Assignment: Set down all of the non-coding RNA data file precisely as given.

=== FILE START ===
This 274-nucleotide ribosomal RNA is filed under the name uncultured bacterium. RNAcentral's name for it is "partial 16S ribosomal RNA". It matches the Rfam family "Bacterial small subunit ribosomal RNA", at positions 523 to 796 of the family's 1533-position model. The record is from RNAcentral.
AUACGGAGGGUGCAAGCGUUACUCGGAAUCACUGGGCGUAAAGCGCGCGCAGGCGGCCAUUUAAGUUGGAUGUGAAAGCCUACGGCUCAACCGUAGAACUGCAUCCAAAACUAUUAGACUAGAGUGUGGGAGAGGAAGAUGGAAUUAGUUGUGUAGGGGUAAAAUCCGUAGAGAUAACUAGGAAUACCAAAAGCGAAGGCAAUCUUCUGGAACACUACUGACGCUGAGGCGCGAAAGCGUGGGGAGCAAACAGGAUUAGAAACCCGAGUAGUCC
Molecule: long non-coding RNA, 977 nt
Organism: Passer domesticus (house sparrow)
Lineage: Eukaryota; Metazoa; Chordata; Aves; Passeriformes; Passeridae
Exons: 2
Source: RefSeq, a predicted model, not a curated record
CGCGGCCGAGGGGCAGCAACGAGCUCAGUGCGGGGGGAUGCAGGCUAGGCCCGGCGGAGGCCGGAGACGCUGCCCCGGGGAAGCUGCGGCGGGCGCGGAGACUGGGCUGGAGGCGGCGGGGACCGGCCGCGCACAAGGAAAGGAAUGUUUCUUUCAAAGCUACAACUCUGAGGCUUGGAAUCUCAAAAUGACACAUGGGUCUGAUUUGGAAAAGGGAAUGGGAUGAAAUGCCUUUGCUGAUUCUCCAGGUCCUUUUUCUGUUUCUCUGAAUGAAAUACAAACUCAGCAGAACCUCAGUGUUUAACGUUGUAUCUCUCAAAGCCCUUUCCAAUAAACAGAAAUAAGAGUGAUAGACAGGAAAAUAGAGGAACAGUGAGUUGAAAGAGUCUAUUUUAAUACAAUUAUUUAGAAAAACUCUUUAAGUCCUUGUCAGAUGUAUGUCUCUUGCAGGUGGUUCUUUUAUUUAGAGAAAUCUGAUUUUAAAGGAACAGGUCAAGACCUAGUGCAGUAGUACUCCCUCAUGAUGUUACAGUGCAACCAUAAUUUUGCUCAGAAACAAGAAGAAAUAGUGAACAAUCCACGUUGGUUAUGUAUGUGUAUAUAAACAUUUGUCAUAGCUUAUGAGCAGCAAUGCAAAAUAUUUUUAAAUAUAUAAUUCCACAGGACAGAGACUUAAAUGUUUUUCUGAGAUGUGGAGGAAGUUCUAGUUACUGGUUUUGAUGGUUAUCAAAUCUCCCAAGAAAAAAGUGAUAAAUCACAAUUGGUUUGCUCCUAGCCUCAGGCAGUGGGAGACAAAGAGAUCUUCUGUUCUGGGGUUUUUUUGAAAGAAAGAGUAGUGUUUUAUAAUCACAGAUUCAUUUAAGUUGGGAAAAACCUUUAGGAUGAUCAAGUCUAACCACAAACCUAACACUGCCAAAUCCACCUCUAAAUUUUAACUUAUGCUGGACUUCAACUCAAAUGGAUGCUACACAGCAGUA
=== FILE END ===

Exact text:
This 274-nucleotide ribosomal RNA is filed under the name uncultured bacterium. RNAcentral's name for it is "partial 16S ribosomal RNA". It matches the Rfam family "Bacterial small subunit ribosomal RNA", at positions 523 to 796 of the family's 1533-position model. The record is from RNAcentral.
AUACGGAGGGUGCAAGCGUUACUCGGAAUCACUGGGCGUAAAGCGCGCGCAGGCGGCCAUUUAAGUUGGAUGUGAAAGCCUACGGCUCAACCGUAGAACUGCAUCCAAAACUAUUAGACUAGAGUGUGGGAGAGGAAGAUGGAAUUAGUUGUGUAGGGGUAAAAUCCGUAGAGAUAACUAGGAAUACCAAAAGCGAAGGCAAUCUUCUGGAACACUACUGACGCUGAGGCGCGAAAGCGUGGGGAGCAAACAGGAUUAGAAACCCGAGUAGUCC
Molecule: long non-coding RNA, 977 nt
Organism: Passer domesticus (house sparrow)
Lineage: Eukaryota; Metazoa; Chordata; Aves; Passeriformes; Passeridae
Exons: 2
Source: RefSeq, a predicted model, not a curated record
CGCGGCCGAGGGGCAGCAACGAGCUCAGUGCGGGGGGAUGCAGGCUAGGCCCGGCGGAGGCCGGAGACGCUGCCCCGGGGAAGCUGCGGCGGGCGCGGAGACUGGGCUGGAGGCGGCGGGGACCGGCCGCGCACAAGGAAAGGAAUGUUUCUUUCAAAGCUACAACUCUGAGGCUUGGAAUCUCAAAAUGACACAUGGGUCUGAUUUGGAAAAGGGAAUGGGAUGAAAUGCCUUUGCUGAUUCUCCAGGUCCUUUUUCUGUUUCUCUGAAUGAAAUACAAACUCAGCAGAACCUCAGUGUUUAACGUUGUAUCUCUCAAAGCCCUUUCCAAUAAACAGAAAUAAGAGUGAUAGACAGGAAAAUAGAGGAACAGUGAGUUGAAAGAGUCUAUUUUAAUACAAUUAUUUAGAAAAACUCUUUAAGUCCUUGUCAGAUGUAUGUCUCUUGCAGGUGGUUCUUUUAUUUAGAGAAAUCUGAUUUUAAAGGAACAGGUCAAGACCUAGUGCAGUAGUACUCCCUCAUGAUGUUACAGUGCAACCAUAAUUUUGCUCAGAAACAAGAAGAAAUAGUGAACAAUCCACGUUGGUUAUGUAUGUGUAUAUAAACAUUUGUCAUAGCUUAUGAGCAGCAAUGCAAAAUAUUUUUAAAUAUAUAAUUCCACAGGACAGAGACUUAAAUGUUUUUCUGAGAUGUGGAGGAAGUUCUAGUUACUGGUUUUGAUGGUUAUCAAAUCUCCCAAGAAAAAAGUGAUAAAUCACAAUUGGUUUGCUCCUAGCCUCAGGCAGUGGGAGACAAAGAGAUCUUCUGUUCUGGGGUUUUUUUGAAAGAAAGAGUAGUGUUUUAUAAUCACAGAUUCAUUUAAGUUGGGAAAAACCUUUAGGAUGAUCAAGUCUAACCACAAACCUAACACUGCCAAAUCCACCUCUAAAUUUUAACUUAUGCUGGACUUCAACUCAAAUGGAUGCUACACAGCAGUA